It might not seem like progress, but a series of closures later this month will herald the biggest investment in Moray’s railways for decades.
Network Rail is spending £80million upgrading tracks, stations and signals in the region as part of a massive project to improve the line from Aberdeen to Inverness.
In Elgin, both platforms will be lengthened by more than 100 feet to accommodate longer trains. However, a proposed third halt for carriages has been scrapped.
Nearly an extra mile of double-track will also be added in the town to allow services to cross each other in a bid to reduce waiting times.
The antiquated handing over of the signal token for train drivers will become a thing of the past with upgraded signals leading to fewer “stop-start” journeys.
New stations have been proposed at Dalcross for Inverness Airport and Kintore in Aberdeenshire with a replacement also being built in Forres.
Stacey Macdonald, communications manager at Network Rail, explained the improvements were part of a project to cut the journey time from Aberdeen to Inverness by 25 minutes to two hours.
She said: “This is the first lot of money that has been spent in the north-east in decades. We think passengers to Nairn, Forres and Inverness will see really big benefits.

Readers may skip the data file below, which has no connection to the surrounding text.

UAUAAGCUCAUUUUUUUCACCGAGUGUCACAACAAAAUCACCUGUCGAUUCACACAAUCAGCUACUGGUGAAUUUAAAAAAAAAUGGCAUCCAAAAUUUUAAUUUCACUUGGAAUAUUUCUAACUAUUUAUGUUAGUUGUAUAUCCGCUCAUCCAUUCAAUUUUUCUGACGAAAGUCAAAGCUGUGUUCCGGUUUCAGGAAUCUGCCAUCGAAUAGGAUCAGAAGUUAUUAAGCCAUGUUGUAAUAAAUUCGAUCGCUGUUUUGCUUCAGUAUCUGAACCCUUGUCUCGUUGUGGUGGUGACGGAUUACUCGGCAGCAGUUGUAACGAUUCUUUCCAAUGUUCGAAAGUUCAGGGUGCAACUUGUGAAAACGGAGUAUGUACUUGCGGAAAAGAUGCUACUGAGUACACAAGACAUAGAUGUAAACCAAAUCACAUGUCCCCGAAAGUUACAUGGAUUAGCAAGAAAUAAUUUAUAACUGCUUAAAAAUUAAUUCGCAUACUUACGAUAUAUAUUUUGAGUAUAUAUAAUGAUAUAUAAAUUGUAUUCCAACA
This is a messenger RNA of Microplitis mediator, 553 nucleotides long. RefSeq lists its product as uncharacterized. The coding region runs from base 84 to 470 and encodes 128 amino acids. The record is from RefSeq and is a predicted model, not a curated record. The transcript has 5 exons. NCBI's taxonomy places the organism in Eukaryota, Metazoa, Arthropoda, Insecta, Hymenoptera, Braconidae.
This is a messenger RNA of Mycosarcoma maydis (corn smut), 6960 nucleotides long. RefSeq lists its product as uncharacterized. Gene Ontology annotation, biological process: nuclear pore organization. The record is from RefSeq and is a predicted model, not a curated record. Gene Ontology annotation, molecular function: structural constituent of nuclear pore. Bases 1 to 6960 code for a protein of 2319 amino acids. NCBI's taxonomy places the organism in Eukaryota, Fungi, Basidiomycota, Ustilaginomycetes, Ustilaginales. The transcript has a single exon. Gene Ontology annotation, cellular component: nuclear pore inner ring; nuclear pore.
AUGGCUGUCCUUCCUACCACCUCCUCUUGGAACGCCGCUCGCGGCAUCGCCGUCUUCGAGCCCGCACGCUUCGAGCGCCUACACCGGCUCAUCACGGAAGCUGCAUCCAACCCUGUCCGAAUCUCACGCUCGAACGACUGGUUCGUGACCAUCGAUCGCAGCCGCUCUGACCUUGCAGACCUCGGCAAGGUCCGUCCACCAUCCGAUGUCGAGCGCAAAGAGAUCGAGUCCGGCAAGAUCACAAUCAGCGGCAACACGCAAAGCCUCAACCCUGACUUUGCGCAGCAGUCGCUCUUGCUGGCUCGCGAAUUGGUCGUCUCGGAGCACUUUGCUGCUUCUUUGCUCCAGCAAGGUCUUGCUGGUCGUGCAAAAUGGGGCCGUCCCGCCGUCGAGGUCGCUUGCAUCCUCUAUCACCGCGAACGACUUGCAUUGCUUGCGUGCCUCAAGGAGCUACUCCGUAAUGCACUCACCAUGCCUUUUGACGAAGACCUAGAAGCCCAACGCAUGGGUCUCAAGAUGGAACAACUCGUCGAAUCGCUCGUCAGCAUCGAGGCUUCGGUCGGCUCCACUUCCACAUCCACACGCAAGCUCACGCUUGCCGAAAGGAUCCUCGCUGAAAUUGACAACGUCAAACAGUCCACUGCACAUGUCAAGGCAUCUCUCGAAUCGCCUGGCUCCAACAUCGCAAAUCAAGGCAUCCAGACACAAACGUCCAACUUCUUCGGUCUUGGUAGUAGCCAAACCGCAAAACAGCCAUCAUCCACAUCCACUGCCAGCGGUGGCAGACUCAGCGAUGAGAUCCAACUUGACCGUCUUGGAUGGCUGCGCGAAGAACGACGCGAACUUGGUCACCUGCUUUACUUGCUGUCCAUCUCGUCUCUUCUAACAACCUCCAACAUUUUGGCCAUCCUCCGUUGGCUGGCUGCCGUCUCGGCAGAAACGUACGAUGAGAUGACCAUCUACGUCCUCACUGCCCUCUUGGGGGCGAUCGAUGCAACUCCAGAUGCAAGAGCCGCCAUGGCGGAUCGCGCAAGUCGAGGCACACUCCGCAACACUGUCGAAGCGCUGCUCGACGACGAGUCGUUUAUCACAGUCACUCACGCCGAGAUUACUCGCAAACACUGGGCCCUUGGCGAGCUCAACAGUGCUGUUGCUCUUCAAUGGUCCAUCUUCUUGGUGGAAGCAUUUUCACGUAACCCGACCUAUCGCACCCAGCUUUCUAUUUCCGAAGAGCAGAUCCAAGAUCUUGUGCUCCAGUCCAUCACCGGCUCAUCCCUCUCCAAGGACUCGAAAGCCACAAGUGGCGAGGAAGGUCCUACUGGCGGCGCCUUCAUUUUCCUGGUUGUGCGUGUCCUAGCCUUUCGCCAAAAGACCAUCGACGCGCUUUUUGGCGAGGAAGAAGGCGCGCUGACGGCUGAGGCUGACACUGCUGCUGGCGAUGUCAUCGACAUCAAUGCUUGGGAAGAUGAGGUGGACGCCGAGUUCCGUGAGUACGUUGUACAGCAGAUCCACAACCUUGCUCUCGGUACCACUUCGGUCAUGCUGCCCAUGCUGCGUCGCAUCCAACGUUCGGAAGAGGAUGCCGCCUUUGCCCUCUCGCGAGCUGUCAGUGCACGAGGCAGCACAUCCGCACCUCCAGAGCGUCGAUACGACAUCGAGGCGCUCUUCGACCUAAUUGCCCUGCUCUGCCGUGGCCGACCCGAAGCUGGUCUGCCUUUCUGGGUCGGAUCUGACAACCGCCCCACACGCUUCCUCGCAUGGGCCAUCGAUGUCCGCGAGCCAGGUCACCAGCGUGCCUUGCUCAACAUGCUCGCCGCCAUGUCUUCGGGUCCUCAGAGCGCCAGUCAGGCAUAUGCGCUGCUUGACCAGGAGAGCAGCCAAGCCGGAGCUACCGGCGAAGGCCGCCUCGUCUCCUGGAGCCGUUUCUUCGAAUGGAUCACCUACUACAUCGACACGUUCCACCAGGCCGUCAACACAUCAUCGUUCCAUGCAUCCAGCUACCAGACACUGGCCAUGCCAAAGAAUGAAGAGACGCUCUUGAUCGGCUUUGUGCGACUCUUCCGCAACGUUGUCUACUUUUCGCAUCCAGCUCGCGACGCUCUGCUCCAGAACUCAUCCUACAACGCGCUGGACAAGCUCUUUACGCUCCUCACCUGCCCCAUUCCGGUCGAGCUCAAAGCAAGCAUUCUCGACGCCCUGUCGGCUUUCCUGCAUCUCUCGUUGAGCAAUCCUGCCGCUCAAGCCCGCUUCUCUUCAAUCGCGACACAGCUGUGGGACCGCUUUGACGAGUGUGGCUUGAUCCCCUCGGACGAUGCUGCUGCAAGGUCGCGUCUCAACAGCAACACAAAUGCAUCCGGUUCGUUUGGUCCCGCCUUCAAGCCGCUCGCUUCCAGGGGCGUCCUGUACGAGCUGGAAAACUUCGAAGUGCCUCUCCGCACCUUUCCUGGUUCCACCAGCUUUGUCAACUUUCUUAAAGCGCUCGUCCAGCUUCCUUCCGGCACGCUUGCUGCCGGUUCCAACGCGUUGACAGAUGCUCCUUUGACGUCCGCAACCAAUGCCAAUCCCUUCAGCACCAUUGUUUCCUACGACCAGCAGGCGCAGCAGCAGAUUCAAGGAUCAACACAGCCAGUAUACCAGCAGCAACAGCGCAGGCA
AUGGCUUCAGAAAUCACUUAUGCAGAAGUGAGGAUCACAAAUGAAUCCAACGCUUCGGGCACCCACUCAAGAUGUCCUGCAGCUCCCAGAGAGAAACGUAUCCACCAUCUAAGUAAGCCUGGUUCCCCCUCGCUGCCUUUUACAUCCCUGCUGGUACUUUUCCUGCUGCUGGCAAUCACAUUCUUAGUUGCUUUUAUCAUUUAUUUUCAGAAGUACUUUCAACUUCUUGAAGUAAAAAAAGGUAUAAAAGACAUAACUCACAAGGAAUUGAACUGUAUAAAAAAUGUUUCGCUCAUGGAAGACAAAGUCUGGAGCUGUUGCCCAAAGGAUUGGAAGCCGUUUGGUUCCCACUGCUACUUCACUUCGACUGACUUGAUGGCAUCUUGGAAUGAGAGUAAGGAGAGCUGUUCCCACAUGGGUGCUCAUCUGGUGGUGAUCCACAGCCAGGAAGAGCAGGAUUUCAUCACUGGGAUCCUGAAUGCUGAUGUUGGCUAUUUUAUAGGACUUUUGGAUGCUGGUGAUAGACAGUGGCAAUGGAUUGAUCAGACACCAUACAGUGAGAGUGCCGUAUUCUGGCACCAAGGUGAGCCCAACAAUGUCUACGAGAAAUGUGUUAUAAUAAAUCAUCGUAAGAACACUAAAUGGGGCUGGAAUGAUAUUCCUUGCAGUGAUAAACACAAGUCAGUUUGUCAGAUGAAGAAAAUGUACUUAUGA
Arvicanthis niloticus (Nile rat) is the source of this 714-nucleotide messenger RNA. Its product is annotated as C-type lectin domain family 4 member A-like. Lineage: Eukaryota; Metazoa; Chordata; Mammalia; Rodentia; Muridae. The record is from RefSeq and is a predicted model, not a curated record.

“Scotrail have plans to change the timetabling and this work will increase the options open for them to do that.”
The first two-day closure from Inverness to Elgin will begin on Saturday, February 25 with four more weekend suspensions scheduled before the end of May.
A 10-day closure from Inverness to Keith to complete the works will start on Saturday, October 7.
More than 40 people squeezed into a public exhibition display within the first hour of it opening in Elgin last night.
Members of the public were eager to get a glimpse at the improvements, which have been designed to create extra services from the town to Inverness.
Elgin resident, Bob Stewart, who lives next to the railway, said: “I’m delighted to see this investment in the railways – it is long overdue.
“If we want to attract people to live in the area, we have to increase the connectivity and this is going to make things an awful lot easier.”